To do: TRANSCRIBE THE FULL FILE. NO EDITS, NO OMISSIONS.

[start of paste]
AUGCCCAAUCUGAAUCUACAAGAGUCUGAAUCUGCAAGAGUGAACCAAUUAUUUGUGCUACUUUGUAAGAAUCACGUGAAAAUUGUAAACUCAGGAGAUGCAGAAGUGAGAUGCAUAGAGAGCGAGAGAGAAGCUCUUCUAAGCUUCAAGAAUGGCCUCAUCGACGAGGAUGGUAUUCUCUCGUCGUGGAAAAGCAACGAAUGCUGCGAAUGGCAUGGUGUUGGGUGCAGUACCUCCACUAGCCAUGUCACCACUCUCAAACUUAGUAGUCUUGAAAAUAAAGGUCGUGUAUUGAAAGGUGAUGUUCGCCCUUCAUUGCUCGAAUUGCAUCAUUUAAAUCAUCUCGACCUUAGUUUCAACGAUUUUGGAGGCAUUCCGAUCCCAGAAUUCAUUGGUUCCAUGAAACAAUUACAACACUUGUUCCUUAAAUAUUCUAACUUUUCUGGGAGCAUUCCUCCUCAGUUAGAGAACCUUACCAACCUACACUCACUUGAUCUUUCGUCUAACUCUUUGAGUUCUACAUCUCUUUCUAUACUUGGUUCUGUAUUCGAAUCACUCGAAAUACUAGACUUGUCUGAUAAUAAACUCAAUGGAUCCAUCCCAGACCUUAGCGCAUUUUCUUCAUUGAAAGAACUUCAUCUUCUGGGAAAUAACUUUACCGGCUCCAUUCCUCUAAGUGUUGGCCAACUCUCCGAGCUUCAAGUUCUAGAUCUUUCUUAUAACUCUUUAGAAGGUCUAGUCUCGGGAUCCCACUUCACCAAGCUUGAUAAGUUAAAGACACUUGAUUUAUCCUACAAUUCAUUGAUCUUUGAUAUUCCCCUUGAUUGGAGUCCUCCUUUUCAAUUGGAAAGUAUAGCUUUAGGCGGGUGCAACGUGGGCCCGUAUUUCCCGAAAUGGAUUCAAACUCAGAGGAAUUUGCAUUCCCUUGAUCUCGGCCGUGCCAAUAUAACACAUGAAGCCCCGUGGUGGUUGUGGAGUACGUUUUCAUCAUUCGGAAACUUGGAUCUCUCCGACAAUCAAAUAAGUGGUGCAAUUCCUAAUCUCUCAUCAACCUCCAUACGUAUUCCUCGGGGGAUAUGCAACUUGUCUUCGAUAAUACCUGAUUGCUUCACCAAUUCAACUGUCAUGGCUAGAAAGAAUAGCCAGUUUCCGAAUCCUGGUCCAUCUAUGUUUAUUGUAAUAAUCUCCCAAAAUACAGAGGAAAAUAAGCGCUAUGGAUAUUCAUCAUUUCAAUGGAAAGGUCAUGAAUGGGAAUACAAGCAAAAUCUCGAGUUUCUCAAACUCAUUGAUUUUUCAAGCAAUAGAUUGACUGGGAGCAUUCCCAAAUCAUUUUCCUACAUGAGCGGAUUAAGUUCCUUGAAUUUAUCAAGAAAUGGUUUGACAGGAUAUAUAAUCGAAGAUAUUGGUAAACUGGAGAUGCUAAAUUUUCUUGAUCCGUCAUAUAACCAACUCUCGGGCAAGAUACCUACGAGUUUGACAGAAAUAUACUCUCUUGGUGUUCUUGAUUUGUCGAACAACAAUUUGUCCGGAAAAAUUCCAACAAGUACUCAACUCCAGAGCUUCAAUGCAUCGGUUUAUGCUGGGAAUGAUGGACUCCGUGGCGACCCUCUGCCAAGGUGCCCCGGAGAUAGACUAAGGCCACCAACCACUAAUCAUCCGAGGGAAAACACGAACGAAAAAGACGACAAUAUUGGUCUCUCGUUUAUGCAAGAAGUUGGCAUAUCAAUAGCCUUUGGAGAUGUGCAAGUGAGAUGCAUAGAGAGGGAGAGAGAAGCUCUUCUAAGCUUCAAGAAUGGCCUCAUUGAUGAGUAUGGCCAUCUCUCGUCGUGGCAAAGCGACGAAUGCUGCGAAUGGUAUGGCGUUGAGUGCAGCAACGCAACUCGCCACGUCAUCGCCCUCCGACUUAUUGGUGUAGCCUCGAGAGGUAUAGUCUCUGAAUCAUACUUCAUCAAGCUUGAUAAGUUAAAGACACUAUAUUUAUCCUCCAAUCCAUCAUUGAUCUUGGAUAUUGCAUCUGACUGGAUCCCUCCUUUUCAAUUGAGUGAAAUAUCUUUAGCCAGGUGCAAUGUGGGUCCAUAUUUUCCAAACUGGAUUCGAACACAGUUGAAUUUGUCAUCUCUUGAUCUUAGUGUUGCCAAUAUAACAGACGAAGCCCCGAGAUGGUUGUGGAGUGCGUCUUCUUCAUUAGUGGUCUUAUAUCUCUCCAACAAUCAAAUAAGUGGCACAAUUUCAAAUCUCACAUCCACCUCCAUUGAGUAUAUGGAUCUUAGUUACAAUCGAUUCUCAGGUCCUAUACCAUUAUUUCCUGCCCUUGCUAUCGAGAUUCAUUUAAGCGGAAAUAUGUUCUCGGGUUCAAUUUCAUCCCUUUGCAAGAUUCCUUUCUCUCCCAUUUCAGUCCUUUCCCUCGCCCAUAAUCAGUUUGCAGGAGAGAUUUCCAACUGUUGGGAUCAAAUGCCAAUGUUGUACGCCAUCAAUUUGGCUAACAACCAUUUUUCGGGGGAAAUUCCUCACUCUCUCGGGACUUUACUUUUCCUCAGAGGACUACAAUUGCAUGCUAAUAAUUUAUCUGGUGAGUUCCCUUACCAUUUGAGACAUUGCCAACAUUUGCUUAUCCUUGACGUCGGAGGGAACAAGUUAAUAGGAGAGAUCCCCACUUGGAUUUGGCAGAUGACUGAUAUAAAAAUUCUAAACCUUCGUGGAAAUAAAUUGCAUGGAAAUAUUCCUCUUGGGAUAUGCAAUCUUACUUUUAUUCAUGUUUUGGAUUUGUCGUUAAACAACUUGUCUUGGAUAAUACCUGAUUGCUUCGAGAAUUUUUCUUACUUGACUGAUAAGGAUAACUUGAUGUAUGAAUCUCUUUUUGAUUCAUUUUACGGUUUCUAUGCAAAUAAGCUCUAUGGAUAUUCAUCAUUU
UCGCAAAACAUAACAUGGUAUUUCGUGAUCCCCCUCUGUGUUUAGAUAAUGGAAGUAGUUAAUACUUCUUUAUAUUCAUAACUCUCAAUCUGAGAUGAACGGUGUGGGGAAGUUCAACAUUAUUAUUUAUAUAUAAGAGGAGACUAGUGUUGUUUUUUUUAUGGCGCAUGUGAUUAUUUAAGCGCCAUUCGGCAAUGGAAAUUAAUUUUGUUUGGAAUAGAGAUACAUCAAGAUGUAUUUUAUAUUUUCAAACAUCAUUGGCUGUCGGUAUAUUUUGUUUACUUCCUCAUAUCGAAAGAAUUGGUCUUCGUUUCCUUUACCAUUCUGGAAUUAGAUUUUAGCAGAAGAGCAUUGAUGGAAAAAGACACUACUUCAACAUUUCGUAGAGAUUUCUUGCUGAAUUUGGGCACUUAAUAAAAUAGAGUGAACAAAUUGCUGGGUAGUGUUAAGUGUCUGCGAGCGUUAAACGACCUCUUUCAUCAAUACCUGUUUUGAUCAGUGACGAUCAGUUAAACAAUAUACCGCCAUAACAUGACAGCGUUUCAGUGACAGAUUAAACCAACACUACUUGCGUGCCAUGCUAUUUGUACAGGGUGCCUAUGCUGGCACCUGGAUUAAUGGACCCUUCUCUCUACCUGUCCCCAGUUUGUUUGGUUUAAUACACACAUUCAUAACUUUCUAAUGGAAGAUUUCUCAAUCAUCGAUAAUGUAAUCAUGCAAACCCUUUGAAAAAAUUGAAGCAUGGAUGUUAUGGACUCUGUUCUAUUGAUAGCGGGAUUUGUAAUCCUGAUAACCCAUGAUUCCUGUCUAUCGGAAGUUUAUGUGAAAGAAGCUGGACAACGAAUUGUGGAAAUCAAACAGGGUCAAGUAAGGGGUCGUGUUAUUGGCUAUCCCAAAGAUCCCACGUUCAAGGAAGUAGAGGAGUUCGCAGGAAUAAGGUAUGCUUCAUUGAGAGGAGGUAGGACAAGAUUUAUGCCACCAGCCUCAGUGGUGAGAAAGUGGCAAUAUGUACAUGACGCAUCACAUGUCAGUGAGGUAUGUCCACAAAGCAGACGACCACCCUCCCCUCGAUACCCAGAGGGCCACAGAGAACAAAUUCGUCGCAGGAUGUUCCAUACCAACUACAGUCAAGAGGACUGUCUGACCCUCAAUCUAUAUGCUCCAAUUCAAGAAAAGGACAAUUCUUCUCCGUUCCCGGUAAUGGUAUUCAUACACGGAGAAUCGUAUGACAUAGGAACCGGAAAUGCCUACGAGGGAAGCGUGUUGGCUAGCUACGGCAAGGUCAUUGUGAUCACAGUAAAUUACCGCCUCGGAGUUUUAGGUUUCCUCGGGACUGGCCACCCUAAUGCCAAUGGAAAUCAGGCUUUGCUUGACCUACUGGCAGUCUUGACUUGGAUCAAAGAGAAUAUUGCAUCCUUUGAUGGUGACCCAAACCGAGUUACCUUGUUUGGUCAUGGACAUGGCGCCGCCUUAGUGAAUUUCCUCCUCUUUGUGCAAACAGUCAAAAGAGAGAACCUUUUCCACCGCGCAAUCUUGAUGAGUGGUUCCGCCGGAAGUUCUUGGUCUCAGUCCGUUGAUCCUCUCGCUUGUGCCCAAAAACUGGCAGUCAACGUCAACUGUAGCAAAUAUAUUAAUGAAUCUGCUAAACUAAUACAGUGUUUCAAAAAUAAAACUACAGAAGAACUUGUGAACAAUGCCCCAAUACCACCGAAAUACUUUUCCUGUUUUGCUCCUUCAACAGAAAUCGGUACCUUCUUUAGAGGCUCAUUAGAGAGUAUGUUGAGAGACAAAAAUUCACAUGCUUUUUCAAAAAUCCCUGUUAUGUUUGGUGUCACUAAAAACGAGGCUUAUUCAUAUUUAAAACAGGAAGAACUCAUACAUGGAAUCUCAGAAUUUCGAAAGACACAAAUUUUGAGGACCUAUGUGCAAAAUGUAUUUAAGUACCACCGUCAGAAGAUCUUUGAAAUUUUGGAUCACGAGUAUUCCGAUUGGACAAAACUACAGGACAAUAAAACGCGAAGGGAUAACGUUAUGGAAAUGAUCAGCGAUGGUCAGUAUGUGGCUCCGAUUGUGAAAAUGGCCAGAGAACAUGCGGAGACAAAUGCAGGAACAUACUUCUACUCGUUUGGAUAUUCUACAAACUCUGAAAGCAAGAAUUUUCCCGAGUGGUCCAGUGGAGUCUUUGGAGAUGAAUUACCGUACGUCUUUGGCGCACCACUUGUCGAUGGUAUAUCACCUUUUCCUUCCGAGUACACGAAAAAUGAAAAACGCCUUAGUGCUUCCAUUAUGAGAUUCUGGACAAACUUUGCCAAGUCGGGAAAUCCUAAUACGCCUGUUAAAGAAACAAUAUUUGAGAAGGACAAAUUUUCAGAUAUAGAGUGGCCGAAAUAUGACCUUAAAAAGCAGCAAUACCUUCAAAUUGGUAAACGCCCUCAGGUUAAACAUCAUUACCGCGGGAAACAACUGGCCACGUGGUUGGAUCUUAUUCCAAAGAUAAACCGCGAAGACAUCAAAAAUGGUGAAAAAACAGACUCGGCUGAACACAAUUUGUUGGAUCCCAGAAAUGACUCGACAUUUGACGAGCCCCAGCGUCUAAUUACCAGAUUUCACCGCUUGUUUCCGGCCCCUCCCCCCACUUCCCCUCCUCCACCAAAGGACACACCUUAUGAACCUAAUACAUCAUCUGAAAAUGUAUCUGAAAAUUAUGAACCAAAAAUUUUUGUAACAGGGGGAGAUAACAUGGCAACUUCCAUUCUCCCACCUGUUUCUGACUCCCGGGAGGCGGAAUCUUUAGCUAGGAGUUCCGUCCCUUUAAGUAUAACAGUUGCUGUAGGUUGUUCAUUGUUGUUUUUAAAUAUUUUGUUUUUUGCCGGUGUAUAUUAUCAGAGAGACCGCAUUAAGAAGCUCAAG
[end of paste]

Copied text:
AUGCCCAAUCUGAAUCUACAAGAGUCUGAAUCUGCAAGAGUGAACCAAUUAUUUGUGCUACUUUGUAAGAAUCACGUGAAAAUUGUAAACUCAGGAGAUGCAGAAGUGAGAUGCAUAGAGAGCGAGAGAGAAGCUCUUCUAAGCUUCAAGAAUGGCCUCAUCGACGAGGAUGGUAUUCUCUCGUCGUGGAAAAGCAACGAAUGCUGCGAAUGGCAUGGUGUUGGGUGCAGUACCUCCACUAGCCAUGUCACCACUCUCAAACUUAGUAGUCUUGAAAAUAAAGGUCGUGUAUUGAAAGGUGAUGUUCGCCCUUCAUUGCUCGAAUUGCAUCAUUUAAAUCAUCUCGACCUUAGUUUCAACGAUUUUGGAGGCAUUCCGAUCCCAGAAUUCAUUGGUUCCAUGAAACAAUUACAACACUUGUUCCUUAAAUAUUCUAACUUUUCUGGGAGCAUUCCUCCUCAGUUAGAGAACCUUACCAACCUACACUCACUUGAUCUUUCGUCUAACUCUUUGAGUUCUACAUCUCUUUCUAUACUUGGUUCUGUAUUCGAAUCACUCGAAAUACUAGACUUGUCUGAUAAUAAACUCAAUGGAUCCAUCCCAGACCUUAGCGCAUUUUCUUCAUUGAAAGAACUUCAUCUUCUGGGAAAUAACUUUACCGGCUCCAUUCCUCUAAGUGUUGGCCAACUCUCCGAGCUUCAAGUUCUAGAUCUUUCUUAUAACUCUUUAGAAGGUCUAGUCUCGGGAUCCCACUUCACCAAGCUUGAUAAGUUAAAGACACUUGAUUUAUCCUACAAUUCAUUGAUCUUUGAUAUUCCCCUUGAUUGGAGUCCUCCUUUUCAAUUGGAAAGUAUAGCUUUAGGCGGGUGCAACGUGGGCCCGUAUUUCCCGAAAUGGAUUCAAACUCAGAGGAAUUUGCAUUCCCUUGAUCUCGGCCGUGCCAAUAUAACACAUGAAGCCCCGUGGUGGUUGUGGAGUACGUUUUCAUCAUUCGGAAACUUGGAUCUCUCCGACAAUCAAAUAAGUGGUGCAAUUCCUAAUCUCUCAUCAACCUCCAUACGUAUUCCUCGGGGGAUAUGCAACUUGUCUUCGAUAAUACCUGAUUGCUUCACCAAUUCAACUGUCAUGGCUAGAAAGAAUAGCCAGUUUCCGAAUCCUGGUCCAUCUAUGUUUAUUGUAAUAAUCUCCCAAAAUACAGAGGAAAAUAAGCGCUAUGGAUAUUCAUCAUUUCAAUGGAAAGGUCAUGAAUGGGAAUACAAGCAAAAUCUCGAGUUUCUCAAACUCAUUGAUUUUUCAAGCAAUAGAUUGACUGGGAGCAUUCCCAAAUCAUUUUCCUACAUGAGCGGAUUAAGUUCCUUGAAUUUAUCAAGAAAUGGUUUGACAGGAUAUAUAAUCGAAGAUAUUGGUAAACUGGAGAUGCUAAAUUUUCUUGAUCCGUCAUAUAACCAACUCUCGGGCAAGAUACCUACGAGUUUGACAGAAAUAUACUCUCUUGGUGUUCUUGAUUUGUCGAACAACAAUUUGUCCGGAAAAAUUCCAACAAGUACUCAACUCCAGAGCUUCAAUGCAUCGGUUUAUGCUGGGAAUGAUGGACUCCGUGGCGACCCUCUGCCAAGGUGCCCCGGAGAUAGACUAAGGCCACCAACCACUAAUCAUCCGAGGGAAAACACGAACGAAAAAGACGACAAUAUUGGUCUCUCGUUUAUGCAAGAAGUUGGCAUAUCAAUAGCCUUUGGAGAUGUGCAAGUGAGAUGCAUAGAGAGGGAGAGAGAAGCUCUUCUAAGCUUCAAGAAUGGCCUCAUUGAUGAGUAUGGCCAUCUCUCGUCGUGGCAAAGCGACGAAUGCUGCGAAUGGUAUGGCGUUGAGUGCAGCAACGCAACUCGCCACGUCAUCGCCCUCCGACUUAUUGGUGUAGCCUCGAGAGGUAUAGUCUCUGAAUCAUACUUCAUCAAGCUUGAUAAGUUAAAGACACUAUAUUUAUCCUCCAAUCCAUCAUUGAUCUUGGAUAUUGCAUCUGACUGGAUCCCUCCUUUUCAAUUGAGUGAAAUAUCUUUAGCCAGGUGCAAUGUGGGUCCAUAUUUUCCAAACUGGAUUCGAACACAGUUGAAUUUGUCAUCUCUUGAUCUUAGUGUUGCCAAUAUAACAGACGAAGCCCCGAGAUGGUUGUGGAGUGCGUCUUCUUCAUUAGUGGUCUUAUAUCUCUCCAACAAUCAAAUAAGUGGCACAAUUUCAAAUCUCACAUCCACCUCCAUUGAGUAUAUGGAUCUUAGUUACAAUCGAUUCUCAGGUCCUAUACCAUUAUUUCCUGCCCUUGCUAUCGAGAUUCAUUUAAGCGGAAAUAUGUUCUCGGGUUCAAUUUCAUCCCUUUGCAAGAUUCCUUUCUCUCCCAUUUCAGUCCUUUCCCUCGCCCAUAAUCAGUUUGCAGGAGAGAUUUCCAACUGUUGGGAUCAAAUGCCAAUGUUGUACGCCAUCAAUUUGGCUAACAACCAUUUUUCGGGGGAAAUUCCUCACUCUCUCGGGACUUUACUUUUCCUCAGAGGACUACAAUUGCAUGCUAAUAAUUUAUCUGGUGAGUUCCCUUACCAUUUGAGACAUUGCCAACAUUUGCUUAUCCUUGACGUCGGAGGGAACAAGUUAAUAGGAGAGAUCCCCACUUGGAUUUGGCAGAUGACUGAUAUAAAAAUUCUAAACCUUCGUGGAAAUAAAUUGCAUGGAAAUAUUCCUCUUGGGAUAUGCAAUCUUACUUUUAUUCAUGUUUUGGAUUUGUCGUUAAACAACUUGUCUUGGAUAAUACCUGAUUGCUUCGAGAAUUUUUCUUACUUGACUGAUAAGGAUAACUUGAUGUAUGAAUCUCUUUUUGAUUCAUUUUACGGUUUCUAUGCAAAUAAGCUCUAUGGAUAUUCAUCAUUU
UCGCAAAACAUAACAUGGUAUUUCGUGAUCCCCCUCUGUGUUUAGAUAAUGGAAGUAGUUAAUACUUCUUUAUAUUCAUAACUCUCAAUCUGAGAUGAACGGUGUGGGGAAGUUCAACAUUAUUAUUUAUAUAUAAGAGGAGACUAGUGUUGUUUUUUUUAUGGCGCAUGUGAUUAUUUAAGCGCCAUUCGGCAAUGGAAAUUAAUUUUGUUUGGAAUAGAGAUACAUCAAGAUGUAUUUUAUAUUUUCAAACAUCAUUGGCUGUCGGUAUAUUUUGUUUACUUCCUCAUAUCGAAAGAAUUGGUCUUCGUUUCCUUUACCAUUCUGGAAUUAGAUUUUAGCAGAAGAGCAUUGAUGGAAAAAGACACUACUUCAACAUUUCGUAGAGAUUUCUUGCUGAAUUUGGGCACUUAAUAAAAUAGAGUGAACAAAUUGCUGGGUAGUGUUAAGUGUCUGCGAGCGUUAAACGACCUCUUUCAUCAAUACCUGUUUUGAUCAGUGACGAUCAGUUAAACAAUAUACCGCCAUAACAUGACAGCGUUUCAGUGACAGAUUAAACCAACACUACUUGCGUGCCAUGCUAUUUGUACAGGGUGCCUAUGCUGGCACCUGGAUUAAUGGACCCUUCUCUCUACCUGUCCCCAGUUUGUUUGGUUUAAUACACACAUUCAUAACUUUCUAAUGGAAGAUUUCUCAAUCAUCGAUAAUGUAAUCAUGCAAACCCUUUGAAAAAAUUGAAGCAUGGAUGUUAUGGACUCUGUUCUAUUGAUAGCGGGAUUUGUAAUCCUGAUAACCCAUGAUUCCUGUCUAUCGGAAGUUUAUGUGAAAGAAGCUGGACAACGAAUUGUGGAAAUCAAACAGGGUCAAGUAAGGGGUCGUGUUAUUGGCUAUCCCAAAGAUCCCACGUUCAAGGAAGUAGAGGAGUUCGCAGGAAUAAGGUAUGCUUCAUUGAGAGGAGGUAGGACAAGAUUUAUGCCACCAGCCUCAGUGGUGAGAAAGUGGCAAUAUGUACAUGACGCAUCACAUGUCAGUGAGGUAUGUCCACAAAGCAGACGACCACCCUCCCCUCGAUACCCAGAGGGCCACAGAGAACAAAUUCGUCGCAGGAUGUUCCAUACCAACUACAGUCAAGAGGACUGUCUGACCCUCAAUCUAUAUGCUCCAAUUCAAGAAAAGGACAAUUCUUCUCCGUUCCCGGUAAUGGUAUUCAUACACGGAGAAUCGUAUGACAUAGGAACCGGAAAUGCCUACGAGGGAAGCGUGUUGGCUAGCUACGGCAAGGUCAUUGUGAUCACAGUAAAUUACCGCCUCGGAGUUUUAGGUUUCCUCGGGACUGGCCACCCUAAUGCCAAUGGAAAUCAGGCUUUGCUUGACCUACUGGCAGUCUUGACUUGGAUCAAAGAGAAUAUUGCAUCCUUUGAUGGUGACCCAAACCGAGUUACCUUGUUUGGUCAUGGACAUGGCGCCGCCUUAGUGAAUUUCCUCCUCUUUGUGCAAACAGUCAAAAGAGAGAACCUUUUCCACCGCGCAAUCUUGAUGAGUGGUUCCGCCGGAAGUUCUUGGUCUCAGUCCGUUGAUCCUCUCGCUUGUGCCCAAAAACUGGCAGUCAACGUCAACUGUAGCAAAUAUAUUAAUGAAUCUGCUAAACUAAUACAGUGUUUCAAAAAUAAAACUACAGAAGAACUUGUGAACAAUGCCCCAAUACCACCGAAAUACUUUUCCUGUUUUGCUCCUUCAACAGAAAUCGGUACCUUCUUUAGAGGCUCAUUAGAGAGUAUGUUGAGAGACAAAAAUUCACAUGCUUUUUCAAAAAUCCCUGUUAUGUUUGGUGUCACUAAAAACGAGGCUUAUUCAUAUUUAAAACAGGAAGAACUCAUACAUGGAAUCUCAGAAUUUCGAAAGACACAAAUUUUGAGGACCUAUGUGCAAAAUGUAUUUAAGUACCACCGUCAGAAGAUCUUUGAAAUUUUGGAUCACGAGUAUUCCGAUUGGACAAAACUACAGGACAAUAAAACGCGAAGGGAUAACGUUAUGGAAAUGAUCAGCGAUGGUCAGUAUGUGGCUCCGAUUGUGAAAAUGGCCAGAGAACAUGCGGAGACAAAUGCAGGAACAUACUUCUACUCGUUUGGAUAUUCUACAAACUCUGAAAGCAAGAAUUUUCCCGAGUGGUCCAGUGGAGUCUUUGGAGAUGAAUUACCGUACGUCUUUGGCGCACCACUUGUCGAUGGUAUAUCACCUUUUCCUUCCGAGUACACGAAAAAUGAAAAACGCCUUAGUGCUUCCAUUAUGAGAUUCUGGACAAACUUUGCCAAGUCGGGAAAUCCUAAUACGCCUGUUAAAGAAACAAUAUUUGAGAAGGACAAAUUUUCAGAUAUAGAGUGGCCGAAAUAUGACCUUAAAAAGCAGCAAUACCUUCAAAUUGGUAAACGCCCUCAGGUUAAACAUCAUUACCGCGGGAAACAACUGGCCACGUGGUUGGAUCUUAUUCCAAAGAUAAACCGCGAAGACAUCAAAAAUGGUGAAAAAACAGACUCGGCUGAACACAAUUUGUUGGAUCCCAGAAAUGACUCGACAUUUGACGAGCCCCAGCGUCUAAUUACCAGAUUUCACCGCUUGUUUCCGGCCCCUCCCCCCACUUCCCCUCCUCCACCAAAGGACACACCUUAUGAACCUAAUACAUCAUCUGAAAAUGUAUCUGAAAAUUAUGAACCAAAAAUUUUUGUAACAGGGGGAGAUAACAUGGCAACUUCCAUUCUCCCACCUGUUUCUGACUCCCGGGAGGCGGAAUCUUUAGCUAGGAGUUCCGUCCCUUUAAGUAUAACAGUUGCUGUAGGUUGUUCAUUGUUGUUUUUAAAUAUUUUGUUUUUUGCCGGUGUAUAUUAUCAGAGAGACCGCAUUAAGAAGCUCAAG